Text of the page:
Friday, February 17, 2006

Buffalo Grill

A western-themed restaurant that serves buffalo is probably the most anachronistic culinary stop possible in France... viewed from an American perspective. The French, though, seem to think it's a splendid idea, something a little out of the ordinary, perhaps? So it's not surprising (or if it is, it shouldn't be) that there are over 100 Buffalo Grill locations across France, and 10 within Paris itself, with several more locations spilling across national borders into Belgium, Luxembourg, Switzerland and Spain. (There are identically named, but unrelated, restaurants in the United States and Scotland.)

I lunched at the Boulevard St. Germain location in Paris with friends who are graduate students at the nearby Pierre & Marie Curie University (a prominent science and medical school) this January, and it was a good lunch.

I had the hache de bison, a decent-sized serving of buffalo steak that's been chopped somewhat. It came with french fries (well, pommes frites, but the French don't seem to mind being their namesake stateside) and was delicious. Two of my friends, if I recall, had beef, while one had filete dorade. The Dorade, also known as the Dorado, is a fish that we in Hawaii call Mahi-Mahi. It's quite popular here, and I was pleased to see it available in Europe as well.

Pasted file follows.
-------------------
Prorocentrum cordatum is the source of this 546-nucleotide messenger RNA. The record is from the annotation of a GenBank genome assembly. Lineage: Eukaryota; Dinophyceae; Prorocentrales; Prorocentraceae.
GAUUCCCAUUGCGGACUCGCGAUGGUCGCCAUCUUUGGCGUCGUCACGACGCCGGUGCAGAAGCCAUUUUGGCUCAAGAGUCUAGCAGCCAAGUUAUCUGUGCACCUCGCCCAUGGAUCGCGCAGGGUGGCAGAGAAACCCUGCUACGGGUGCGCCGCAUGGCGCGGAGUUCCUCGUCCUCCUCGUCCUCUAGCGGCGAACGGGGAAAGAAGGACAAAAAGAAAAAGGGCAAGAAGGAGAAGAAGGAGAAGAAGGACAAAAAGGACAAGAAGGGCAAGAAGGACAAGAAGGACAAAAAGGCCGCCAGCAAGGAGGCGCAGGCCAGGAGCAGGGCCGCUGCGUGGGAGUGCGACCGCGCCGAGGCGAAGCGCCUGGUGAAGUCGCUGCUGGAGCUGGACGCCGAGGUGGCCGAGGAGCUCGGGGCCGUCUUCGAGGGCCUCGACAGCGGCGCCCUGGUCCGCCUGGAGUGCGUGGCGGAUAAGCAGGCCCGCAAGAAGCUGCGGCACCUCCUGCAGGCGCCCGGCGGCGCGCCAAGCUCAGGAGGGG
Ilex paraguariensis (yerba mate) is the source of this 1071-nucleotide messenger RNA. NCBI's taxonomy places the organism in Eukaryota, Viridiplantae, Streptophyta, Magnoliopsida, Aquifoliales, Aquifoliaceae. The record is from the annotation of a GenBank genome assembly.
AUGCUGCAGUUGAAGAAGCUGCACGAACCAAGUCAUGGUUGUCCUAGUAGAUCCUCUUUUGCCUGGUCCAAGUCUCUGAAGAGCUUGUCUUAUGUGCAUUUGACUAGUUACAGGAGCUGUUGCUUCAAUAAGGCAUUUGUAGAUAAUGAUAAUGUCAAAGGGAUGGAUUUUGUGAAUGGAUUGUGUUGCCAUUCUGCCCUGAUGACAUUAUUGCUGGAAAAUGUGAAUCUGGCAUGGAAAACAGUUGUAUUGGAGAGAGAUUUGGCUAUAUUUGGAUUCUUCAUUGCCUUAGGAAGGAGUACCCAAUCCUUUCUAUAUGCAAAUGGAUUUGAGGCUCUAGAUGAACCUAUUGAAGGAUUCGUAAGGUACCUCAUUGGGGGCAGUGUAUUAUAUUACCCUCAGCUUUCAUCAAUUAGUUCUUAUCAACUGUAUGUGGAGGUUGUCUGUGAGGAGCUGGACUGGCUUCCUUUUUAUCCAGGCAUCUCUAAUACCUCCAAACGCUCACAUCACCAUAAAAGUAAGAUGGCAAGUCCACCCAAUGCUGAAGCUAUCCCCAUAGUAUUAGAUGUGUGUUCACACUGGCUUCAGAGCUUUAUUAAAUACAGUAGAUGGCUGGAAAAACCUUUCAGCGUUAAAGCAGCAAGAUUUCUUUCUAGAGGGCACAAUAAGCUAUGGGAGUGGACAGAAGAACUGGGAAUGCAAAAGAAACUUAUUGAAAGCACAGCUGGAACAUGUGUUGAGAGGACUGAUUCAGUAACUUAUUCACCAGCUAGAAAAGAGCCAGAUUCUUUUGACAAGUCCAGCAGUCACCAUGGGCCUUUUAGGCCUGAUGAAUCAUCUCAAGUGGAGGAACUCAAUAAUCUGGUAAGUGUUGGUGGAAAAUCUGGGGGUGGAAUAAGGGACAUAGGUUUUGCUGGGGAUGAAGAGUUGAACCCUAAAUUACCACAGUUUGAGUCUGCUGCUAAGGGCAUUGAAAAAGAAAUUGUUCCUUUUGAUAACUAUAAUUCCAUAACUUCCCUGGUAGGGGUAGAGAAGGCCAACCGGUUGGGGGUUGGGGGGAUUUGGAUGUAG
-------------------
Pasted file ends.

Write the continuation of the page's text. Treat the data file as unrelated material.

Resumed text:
For dessert, I enjoyed sorbet panache, three different flavors of fruit sorbet. My favorite by far was either raspberry or blackberry. One of the others had coupe america, which sounds like a car but was actually a generous and nice-looking ice cream sundae.

The decor, staff uniforms, background music (country, and not even good country, at that) all make the restaurant feel like the sort of "themed" restaurant one might be slightly ashamed to be seen in, were it actually in America. Prices are a bit more than in the U.S. - four of us managed to spend about $67 - but the listed prices include tax (of almost 20%) and tip, so they're not quite as bad as they sound.

Saturday, February 11, 2006

Slogging toward silver

I managed to get Northwest to credit me the miles for my Paris-Amsterdam segment on KLM, bringing my Elite Qualifying Miles (EQM) so far for the year to 16,158. Go, me!